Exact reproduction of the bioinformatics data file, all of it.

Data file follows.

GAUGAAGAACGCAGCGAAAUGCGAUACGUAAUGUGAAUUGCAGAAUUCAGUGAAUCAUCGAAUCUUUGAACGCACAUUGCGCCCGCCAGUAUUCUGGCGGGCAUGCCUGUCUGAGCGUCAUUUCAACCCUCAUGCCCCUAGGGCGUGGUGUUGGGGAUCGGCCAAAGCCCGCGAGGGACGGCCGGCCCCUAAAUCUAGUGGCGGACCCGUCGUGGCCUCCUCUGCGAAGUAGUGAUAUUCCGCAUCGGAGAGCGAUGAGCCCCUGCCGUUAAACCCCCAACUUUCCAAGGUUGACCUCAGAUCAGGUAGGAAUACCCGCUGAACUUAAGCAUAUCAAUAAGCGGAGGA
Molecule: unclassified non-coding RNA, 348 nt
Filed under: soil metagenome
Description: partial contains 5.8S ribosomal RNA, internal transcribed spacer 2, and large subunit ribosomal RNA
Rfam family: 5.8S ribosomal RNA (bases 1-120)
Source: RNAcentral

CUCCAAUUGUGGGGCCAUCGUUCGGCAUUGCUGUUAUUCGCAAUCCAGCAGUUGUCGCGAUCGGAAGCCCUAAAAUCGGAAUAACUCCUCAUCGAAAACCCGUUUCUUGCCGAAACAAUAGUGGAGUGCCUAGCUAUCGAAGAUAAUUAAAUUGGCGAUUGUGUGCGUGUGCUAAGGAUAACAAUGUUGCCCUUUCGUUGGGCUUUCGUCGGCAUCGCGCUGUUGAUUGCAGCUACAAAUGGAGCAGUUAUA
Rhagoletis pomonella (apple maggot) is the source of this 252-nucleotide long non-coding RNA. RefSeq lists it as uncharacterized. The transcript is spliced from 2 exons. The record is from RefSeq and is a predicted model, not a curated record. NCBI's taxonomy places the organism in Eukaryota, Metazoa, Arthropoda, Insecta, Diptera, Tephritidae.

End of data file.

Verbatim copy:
GAUGAAGAACGCAGCGAAAUGCGAUACGUAAUGUGAAUUGCAGAAUUCAGUGAAUCAUCGAAUCUUUGAACGCACAUUGCGCCCGCCAGUAUUCUGGCGGGCAUGCCUGUCUGAGCGUCAUUUCAACCCUCAUGCCCCUAGGGCGUGGUGUUGGGGAUCGGCCAAAGCCCGCGAGGGACGGCCGGCCCCUAAAUCUAGUGGCGGACCCGUCGUGGCCUCCUCUGCGAAGUAGUGAUAUUCCGCAUCGGAGAGCGAUGAGCCCCUGCCGUUAAACCCCCAACUUUCCAAGGUUGACCUCAGAUCAGGUAGGAAUACCCGCUGAACUUAAGCAUAUCAAUAAGCGGAGGA
Molecule: unclassified non-coding RNA, 348 nt
Filed under: soil metagenome
Description: partial contains 5.8S ribosomal RNA, internal transcribed spacer 2, and large subunit ribosomal RNA
Rfam family: 5.8S ribosomal RNA (bases 1-120)
Source: RNAcentral

CUCCAAUUGUGGGGCCAUCGUUCGGCAUUGCUGUUAUUCGCAAUCCAGCAGUUGUCGCGAUCGGAAGCCCUAAAAUCGGAAUAACUCCUCAUCGAAAACCCGUUUCUUGCCGAAACAAUAGUGGAGUGCCUAGCUAUCGAAGAUAAUUAAAUUGGCGAUUGUGUGCGUGUGCUAAGGAUAACAAUGUUGCCCUUUCGUUGGGCUUUCGUCGGCAUCGCGCUGUUGAUUGCAGCUACAAAUGGAGCAGUUAUA
Rhagoletis pomonella (apple maggot) is the source of this 252-nucleotide long non-coding RNA. RefSeq lists it as uncharacterized. The transcript is spliced from 2 exons. The record is from RefSeq and is a predicted model, not a curated record. NCBI's taxonomy places the organism in Eukaryota, Metazoa, Arthropoda, Insecta, Diptera, Tephritidae.